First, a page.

It’s often only in hindsight that we can specifically identify when a bubble bursts. But if Thursday’s 1,800 point selloff in the Dow Jones Industrial Average was the popping of the bubble, there is a tweet that may mark the peak of investor insanity.
The tweet reads: “I’m the new breed. I’m the new generation. There’s nobody who can argue that Warren Buffett is better at the stock market than I am right now. I’m better than he is. That’s a fact.”
That tweet, from Dave Portnoy, the founder of sports blog Barstool Sports, embodies the euphoria around the markets today.
Everyone wants a piece of the action, and it seems the more dangerous or speculative the investment, the more attention it gets.
Take Hertz for example. The car rental company filed for bankruptcy late last month, and billionaire investor Carl Icahn sold his stake for around $0.77 per share shortly after the filing was announced.
Last week, shares of Hertz jumped as high as $6.25, and the company is trying to seize on the insanity by issuing $1 billion in new shares.
Trading volume in the stock is 63 times above the 2019 normal daily volume. It also shouldn’t surprise you that Hertz also became the most popular stock on Robinhood last Friday. The number of Robinhood users that own the stock jumped by 100,000 in the last month.
Keep in mind, the new shares the company is issuing will likely become worthless when the bankruptcy is finalized. But the company is betting that investors, mostly inexperienced ones like those opening Robinhood accounts, don’t care. They’re just hoping to make some money and see if they can find a chair before the music stops.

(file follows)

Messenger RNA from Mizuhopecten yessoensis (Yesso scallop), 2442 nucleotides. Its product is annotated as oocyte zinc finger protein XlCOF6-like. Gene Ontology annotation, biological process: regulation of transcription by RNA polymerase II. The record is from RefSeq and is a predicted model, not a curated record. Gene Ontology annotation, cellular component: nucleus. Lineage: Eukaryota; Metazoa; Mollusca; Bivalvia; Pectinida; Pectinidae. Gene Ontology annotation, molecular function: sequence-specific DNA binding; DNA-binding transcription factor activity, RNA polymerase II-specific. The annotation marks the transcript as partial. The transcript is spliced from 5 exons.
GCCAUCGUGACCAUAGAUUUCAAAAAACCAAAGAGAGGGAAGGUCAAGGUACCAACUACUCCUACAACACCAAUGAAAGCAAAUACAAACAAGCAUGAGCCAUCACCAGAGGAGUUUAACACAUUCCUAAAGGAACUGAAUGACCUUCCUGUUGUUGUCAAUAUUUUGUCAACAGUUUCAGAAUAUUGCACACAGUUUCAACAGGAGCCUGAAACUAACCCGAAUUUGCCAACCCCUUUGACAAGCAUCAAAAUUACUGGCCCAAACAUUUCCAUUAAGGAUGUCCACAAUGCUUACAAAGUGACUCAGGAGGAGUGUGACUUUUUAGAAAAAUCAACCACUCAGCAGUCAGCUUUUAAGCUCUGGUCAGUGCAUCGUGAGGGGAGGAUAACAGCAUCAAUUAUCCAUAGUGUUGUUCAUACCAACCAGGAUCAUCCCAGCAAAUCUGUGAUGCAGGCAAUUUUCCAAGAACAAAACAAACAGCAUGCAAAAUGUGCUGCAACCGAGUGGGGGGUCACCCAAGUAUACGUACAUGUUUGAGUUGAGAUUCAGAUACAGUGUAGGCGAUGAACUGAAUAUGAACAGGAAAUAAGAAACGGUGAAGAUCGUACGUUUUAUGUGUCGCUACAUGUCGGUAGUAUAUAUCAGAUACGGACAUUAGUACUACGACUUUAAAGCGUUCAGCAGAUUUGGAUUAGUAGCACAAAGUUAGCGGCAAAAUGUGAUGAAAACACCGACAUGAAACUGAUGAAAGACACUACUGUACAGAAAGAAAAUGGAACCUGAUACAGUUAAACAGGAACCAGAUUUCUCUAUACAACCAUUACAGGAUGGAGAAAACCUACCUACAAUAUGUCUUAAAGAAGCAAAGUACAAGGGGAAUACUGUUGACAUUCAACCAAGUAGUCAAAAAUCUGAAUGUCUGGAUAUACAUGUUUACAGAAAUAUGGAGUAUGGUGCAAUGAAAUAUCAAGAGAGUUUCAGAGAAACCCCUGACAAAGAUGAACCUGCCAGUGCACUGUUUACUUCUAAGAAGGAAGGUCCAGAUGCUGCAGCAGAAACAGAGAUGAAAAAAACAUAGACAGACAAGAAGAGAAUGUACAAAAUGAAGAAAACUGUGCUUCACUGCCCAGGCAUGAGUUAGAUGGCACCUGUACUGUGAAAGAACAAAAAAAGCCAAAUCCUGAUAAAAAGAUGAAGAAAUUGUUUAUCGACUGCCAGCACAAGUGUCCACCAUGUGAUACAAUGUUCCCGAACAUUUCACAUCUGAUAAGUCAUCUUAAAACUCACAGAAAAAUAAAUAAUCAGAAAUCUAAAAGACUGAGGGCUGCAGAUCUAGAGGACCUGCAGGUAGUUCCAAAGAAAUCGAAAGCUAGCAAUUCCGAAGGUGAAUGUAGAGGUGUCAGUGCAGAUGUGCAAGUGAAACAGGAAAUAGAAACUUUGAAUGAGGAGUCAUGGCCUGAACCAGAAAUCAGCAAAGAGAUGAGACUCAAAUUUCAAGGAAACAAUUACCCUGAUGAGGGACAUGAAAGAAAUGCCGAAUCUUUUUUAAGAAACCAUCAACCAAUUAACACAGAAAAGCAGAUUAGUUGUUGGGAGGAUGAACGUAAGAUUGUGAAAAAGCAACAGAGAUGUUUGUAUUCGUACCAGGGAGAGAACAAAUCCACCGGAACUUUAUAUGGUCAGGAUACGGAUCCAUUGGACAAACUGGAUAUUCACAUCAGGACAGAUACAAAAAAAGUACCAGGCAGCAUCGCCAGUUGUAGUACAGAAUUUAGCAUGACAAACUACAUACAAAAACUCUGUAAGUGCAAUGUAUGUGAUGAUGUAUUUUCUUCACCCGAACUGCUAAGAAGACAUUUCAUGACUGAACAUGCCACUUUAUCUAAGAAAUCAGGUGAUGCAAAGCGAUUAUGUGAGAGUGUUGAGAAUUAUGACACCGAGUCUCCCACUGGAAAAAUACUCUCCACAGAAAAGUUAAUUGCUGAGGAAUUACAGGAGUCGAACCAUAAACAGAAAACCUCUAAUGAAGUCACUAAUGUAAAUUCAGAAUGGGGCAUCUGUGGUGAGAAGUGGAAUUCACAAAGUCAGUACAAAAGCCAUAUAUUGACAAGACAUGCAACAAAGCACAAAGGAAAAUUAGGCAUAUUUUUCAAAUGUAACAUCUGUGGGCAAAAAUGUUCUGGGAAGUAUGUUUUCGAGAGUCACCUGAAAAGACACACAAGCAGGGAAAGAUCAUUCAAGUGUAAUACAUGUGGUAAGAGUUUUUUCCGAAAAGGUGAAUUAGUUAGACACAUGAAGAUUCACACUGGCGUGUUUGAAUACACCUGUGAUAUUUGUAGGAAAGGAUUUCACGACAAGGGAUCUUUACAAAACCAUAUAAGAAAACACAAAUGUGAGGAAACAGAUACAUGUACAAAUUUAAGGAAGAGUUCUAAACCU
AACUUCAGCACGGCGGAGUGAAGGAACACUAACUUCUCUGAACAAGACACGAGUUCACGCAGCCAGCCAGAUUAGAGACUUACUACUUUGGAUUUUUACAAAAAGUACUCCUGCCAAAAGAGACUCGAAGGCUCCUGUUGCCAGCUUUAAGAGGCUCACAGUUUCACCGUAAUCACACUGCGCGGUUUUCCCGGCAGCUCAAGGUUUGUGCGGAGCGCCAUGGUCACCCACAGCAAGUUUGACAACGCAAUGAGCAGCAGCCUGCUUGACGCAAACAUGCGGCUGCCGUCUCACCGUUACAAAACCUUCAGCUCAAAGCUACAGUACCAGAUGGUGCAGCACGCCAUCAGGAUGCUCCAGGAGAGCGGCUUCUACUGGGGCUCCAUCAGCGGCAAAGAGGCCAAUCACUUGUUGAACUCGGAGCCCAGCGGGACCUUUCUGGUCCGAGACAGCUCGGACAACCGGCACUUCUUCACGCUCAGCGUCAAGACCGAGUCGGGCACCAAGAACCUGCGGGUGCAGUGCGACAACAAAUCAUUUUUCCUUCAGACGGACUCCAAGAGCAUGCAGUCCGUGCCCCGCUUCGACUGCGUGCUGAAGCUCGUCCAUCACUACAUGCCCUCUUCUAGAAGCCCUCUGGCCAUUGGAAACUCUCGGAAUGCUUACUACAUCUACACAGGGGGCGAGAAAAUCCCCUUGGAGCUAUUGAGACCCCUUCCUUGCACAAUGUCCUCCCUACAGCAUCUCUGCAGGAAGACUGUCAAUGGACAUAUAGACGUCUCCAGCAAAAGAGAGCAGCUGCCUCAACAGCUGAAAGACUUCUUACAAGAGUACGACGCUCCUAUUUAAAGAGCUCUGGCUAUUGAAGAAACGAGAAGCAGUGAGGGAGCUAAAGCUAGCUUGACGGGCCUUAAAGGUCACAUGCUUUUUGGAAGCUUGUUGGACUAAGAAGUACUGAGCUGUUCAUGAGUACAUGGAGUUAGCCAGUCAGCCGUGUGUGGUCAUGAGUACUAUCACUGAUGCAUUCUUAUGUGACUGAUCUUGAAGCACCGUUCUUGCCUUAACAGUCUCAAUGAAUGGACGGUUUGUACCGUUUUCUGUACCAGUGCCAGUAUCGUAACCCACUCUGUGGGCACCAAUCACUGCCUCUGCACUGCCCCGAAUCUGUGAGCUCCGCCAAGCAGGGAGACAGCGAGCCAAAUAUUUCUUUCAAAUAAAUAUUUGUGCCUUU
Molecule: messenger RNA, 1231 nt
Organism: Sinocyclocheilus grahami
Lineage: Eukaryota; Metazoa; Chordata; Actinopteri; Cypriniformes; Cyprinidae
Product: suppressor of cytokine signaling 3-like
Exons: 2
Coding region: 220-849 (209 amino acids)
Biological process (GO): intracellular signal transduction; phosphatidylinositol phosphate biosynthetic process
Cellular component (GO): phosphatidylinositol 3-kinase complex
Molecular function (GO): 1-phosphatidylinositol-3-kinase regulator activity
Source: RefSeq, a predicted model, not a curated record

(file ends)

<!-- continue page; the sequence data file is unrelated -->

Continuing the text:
“Unless a genie or a lamp showed up in the collateral pool, we expect the eventual equity value will be zero,” said a CreditSights analysts about the proposed new stock issuance from Hertz.
“This is not investing. It is gambling,” said Nancy Tengler, chief investment officer at Laffer Tengler Investments.
Portnoy, who usually spends his days creating content for the sports blog he created, has turned his attention to the stock market with all major sports shut down due to the coronavirus pandemic.
His tweets are often a running tally of the day’s wins and losses with a significant amount of braggadocio.
In another recent tweet, Portnoy questioned why Buffett sold his airline stocks. Portnoy also challenged why anyone would sell and take profits when the Fed has virtually guaranteed the casino will send everyone home as a winner. “I’m just printing money. Why take profits when every airline goes up 20% every day. Losers take profits. Winners push the chips to the middle. … I should be up a billion dollars,” added Portnoy.
“Sports gambling is a huge business in this country and a lot of sports gamblers and a lot of these millennial gamers are now playing the stock market, day trading,” said Jim Bianco, president and macro strategist at Bianco Research, during a recent interview on Fox Business. He jokingly added, “The smart money is the Robinhood accounts, and dumb money are billionaire hedge funds.”
Andrew Adams, a strategist at Saut Strategy, says his indicators are “flashing warning signs like crazy.” He says his friends and family who aren’t active stock investors have been asking him what to buy and he’s been getting emails asking “I’ve missed this move but now want to buy, what should I do?” People are cracking jokes about Wall Street legends who denounced the rally.
“I even had one stock-market novice friend text me to say that he’s been making a lot of money buying call options since he’s been working from home lately and he’s wondering if he should just quit his job to trade for a living,” said Adams. “I’ve learned from past experience to be very careful when we start seeing stuff like that.”